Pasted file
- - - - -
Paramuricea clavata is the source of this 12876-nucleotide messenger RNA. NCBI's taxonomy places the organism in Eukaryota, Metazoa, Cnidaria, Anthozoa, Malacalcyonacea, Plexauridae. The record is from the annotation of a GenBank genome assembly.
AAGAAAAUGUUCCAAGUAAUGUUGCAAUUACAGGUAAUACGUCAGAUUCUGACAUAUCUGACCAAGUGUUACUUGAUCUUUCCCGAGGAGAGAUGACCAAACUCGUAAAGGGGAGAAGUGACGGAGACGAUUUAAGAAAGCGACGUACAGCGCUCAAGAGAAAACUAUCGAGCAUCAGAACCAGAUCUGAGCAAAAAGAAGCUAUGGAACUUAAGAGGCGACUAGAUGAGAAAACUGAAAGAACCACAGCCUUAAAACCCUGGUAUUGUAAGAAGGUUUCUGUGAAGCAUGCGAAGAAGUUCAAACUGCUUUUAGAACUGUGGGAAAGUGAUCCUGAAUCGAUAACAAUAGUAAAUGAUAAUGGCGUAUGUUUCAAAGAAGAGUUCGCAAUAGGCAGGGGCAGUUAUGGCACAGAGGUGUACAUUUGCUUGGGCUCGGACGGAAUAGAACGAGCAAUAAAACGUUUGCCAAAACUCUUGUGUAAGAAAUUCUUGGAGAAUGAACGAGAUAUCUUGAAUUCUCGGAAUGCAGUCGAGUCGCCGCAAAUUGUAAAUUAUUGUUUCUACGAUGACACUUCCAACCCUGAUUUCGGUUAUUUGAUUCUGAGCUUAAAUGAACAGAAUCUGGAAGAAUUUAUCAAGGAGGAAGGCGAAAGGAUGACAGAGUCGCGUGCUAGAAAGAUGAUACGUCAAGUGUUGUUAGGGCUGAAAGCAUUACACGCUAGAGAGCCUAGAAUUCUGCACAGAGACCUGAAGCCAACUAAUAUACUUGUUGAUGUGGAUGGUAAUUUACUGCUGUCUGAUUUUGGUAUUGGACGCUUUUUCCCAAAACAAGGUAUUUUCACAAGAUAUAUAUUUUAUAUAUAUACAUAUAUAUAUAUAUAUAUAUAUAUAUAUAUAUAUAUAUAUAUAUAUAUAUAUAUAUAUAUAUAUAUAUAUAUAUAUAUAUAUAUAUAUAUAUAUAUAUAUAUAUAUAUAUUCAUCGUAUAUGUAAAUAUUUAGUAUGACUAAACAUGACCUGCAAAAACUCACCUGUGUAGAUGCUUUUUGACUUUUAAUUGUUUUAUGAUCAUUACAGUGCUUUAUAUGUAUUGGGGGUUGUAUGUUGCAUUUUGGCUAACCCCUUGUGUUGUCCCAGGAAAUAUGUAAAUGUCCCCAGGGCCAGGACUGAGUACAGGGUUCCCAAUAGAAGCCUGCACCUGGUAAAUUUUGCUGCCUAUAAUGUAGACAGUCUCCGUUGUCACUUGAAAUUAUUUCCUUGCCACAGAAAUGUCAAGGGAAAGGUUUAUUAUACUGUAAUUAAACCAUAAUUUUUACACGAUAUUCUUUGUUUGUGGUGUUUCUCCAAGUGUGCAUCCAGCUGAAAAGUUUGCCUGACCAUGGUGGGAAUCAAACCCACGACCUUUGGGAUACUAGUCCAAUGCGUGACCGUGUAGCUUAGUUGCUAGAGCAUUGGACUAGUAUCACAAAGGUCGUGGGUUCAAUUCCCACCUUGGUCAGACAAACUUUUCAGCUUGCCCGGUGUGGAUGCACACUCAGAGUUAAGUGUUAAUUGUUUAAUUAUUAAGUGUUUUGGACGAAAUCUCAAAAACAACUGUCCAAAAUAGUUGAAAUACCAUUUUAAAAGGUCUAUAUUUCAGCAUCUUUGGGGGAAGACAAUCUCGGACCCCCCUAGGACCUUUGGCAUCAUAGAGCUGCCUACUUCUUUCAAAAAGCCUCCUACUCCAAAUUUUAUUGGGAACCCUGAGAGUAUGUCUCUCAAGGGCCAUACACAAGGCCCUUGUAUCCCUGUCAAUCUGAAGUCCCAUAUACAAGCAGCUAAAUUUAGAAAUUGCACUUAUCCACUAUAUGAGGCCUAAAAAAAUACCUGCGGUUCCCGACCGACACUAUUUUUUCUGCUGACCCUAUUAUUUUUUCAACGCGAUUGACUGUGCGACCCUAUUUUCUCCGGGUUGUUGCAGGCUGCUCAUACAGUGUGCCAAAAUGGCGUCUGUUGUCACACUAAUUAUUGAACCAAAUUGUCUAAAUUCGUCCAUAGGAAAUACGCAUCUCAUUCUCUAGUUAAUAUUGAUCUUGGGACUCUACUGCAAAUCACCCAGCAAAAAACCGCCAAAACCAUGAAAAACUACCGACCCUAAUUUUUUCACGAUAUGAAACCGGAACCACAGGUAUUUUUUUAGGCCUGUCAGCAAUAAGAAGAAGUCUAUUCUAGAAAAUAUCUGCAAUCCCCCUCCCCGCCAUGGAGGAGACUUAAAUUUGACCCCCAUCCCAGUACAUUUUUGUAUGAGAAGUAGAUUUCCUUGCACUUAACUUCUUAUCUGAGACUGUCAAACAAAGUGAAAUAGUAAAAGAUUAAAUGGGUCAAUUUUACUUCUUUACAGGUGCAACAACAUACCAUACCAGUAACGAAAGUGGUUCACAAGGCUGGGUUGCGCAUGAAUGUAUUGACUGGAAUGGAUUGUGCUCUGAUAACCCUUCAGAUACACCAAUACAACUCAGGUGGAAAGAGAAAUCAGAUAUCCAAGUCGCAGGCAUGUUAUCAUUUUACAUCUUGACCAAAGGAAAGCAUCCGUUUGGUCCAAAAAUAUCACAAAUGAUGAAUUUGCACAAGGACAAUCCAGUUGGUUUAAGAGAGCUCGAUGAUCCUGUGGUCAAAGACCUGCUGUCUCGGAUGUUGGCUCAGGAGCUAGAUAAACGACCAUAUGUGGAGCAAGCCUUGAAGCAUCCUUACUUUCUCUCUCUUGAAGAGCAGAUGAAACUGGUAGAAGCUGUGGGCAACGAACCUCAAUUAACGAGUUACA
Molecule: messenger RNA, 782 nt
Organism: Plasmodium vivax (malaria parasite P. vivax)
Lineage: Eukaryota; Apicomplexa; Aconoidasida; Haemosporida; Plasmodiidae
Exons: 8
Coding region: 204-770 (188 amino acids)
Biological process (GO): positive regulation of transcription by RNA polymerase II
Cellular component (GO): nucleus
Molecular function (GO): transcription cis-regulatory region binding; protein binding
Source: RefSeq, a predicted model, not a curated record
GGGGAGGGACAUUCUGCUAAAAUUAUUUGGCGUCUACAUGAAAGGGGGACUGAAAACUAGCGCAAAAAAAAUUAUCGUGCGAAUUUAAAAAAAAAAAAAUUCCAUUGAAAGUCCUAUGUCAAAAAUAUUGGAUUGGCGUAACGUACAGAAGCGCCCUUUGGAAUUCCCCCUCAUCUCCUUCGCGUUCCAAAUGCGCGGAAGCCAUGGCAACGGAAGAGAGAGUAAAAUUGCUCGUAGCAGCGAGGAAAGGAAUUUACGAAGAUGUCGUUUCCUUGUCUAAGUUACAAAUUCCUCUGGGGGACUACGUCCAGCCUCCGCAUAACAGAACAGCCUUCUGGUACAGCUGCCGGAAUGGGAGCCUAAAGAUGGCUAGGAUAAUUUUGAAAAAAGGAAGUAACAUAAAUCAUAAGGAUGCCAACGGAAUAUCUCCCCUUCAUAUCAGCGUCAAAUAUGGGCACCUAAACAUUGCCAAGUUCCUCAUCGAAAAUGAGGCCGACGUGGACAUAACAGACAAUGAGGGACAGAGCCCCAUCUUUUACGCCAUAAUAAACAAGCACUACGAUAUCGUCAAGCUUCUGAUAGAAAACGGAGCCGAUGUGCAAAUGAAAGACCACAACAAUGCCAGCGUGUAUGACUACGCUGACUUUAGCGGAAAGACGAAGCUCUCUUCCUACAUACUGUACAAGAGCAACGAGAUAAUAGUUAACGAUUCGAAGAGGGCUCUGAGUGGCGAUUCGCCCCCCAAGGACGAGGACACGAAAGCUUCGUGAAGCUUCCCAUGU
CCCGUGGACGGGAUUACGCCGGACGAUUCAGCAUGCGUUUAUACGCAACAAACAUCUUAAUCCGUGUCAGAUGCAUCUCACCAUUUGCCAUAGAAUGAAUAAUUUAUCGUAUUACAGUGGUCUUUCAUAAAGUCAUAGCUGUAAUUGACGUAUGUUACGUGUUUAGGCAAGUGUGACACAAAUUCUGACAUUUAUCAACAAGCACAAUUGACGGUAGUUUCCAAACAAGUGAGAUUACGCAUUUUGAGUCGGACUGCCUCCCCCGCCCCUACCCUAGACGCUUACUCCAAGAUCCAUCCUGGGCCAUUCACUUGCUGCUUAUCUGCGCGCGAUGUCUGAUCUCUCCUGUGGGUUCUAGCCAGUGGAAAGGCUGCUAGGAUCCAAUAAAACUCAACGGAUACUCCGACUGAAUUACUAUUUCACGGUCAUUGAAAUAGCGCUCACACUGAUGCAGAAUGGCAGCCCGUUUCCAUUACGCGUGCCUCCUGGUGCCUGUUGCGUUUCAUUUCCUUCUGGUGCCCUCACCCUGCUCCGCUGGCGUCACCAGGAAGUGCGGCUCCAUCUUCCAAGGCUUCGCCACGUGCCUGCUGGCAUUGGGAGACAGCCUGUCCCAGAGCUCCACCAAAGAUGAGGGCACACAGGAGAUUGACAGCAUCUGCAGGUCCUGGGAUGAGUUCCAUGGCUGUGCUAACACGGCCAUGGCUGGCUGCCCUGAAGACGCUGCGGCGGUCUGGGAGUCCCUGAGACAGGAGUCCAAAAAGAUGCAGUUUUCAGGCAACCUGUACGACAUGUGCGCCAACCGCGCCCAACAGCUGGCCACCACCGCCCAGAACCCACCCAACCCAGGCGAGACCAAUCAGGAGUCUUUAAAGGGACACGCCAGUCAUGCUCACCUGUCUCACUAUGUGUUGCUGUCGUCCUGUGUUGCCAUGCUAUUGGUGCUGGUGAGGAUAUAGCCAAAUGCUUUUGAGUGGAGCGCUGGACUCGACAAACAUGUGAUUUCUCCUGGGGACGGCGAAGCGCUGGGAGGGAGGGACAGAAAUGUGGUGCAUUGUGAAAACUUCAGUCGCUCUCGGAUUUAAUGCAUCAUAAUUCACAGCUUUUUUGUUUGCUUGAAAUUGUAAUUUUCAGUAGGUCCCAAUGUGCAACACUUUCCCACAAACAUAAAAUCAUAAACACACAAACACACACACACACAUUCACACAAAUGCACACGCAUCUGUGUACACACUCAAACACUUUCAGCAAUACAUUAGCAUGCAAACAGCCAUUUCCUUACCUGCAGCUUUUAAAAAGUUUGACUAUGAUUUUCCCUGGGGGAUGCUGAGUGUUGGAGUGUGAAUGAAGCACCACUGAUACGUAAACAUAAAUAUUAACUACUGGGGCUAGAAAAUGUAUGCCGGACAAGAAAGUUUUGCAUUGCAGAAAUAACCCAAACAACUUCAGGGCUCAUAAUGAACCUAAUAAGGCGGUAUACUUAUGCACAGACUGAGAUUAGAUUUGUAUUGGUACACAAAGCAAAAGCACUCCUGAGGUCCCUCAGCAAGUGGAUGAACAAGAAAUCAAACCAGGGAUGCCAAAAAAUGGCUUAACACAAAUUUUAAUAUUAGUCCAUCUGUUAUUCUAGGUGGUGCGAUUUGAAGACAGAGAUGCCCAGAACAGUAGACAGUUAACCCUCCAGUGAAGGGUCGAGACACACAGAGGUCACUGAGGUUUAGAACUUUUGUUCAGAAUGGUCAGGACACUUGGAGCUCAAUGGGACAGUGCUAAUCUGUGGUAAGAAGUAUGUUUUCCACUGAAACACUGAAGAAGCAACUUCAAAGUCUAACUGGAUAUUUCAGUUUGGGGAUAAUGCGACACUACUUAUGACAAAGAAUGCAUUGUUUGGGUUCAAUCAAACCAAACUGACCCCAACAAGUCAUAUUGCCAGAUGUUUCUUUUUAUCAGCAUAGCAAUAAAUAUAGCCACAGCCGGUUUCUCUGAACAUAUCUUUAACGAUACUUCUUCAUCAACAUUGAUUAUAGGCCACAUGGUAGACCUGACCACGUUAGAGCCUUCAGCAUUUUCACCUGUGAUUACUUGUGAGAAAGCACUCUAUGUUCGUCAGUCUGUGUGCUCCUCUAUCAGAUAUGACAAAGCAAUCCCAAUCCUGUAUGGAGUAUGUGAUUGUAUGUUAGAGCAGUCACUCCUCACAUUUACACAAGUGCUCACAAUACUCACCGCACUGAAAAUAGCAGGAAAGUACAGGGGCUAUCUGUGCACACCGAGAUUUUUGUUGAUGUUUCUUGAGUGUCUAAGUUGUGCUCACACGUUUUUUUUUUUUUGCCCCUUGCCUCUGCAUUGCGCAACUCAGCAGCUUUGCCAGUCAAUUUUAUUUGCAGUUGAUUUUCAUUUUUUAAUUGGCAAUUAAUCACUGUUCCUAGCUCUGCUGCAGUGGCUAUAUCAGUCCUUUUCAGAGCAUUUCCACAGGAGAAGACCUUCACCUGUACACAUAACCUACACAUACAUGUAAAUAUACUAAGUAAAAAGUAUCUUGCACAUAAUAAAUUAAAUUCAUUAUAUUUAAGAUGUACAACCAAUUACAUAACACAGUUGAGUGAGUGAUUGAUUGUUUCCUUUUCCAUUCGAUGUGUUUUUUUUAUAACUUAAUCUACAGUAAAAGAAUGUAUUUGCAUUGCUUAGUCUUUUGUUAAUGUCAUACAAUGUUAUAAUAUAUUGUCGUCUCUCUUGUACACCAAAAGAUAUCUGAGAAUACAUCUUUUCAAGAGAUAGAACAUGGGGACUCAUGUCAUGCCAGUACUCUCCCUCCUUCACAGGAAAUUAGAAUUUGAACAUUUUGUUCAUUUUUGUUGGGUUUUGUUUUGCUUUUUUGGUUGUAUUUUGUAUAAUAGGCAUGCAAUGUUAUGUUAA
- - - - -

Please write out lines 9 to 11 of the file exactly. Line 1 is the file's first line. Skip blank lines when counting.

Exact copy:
Cellular component (GO): nucleus
Molecular function (GO): transcription cis-regulatory region binding; protein binding
Source: RefSeq, a predicted model, not a curated record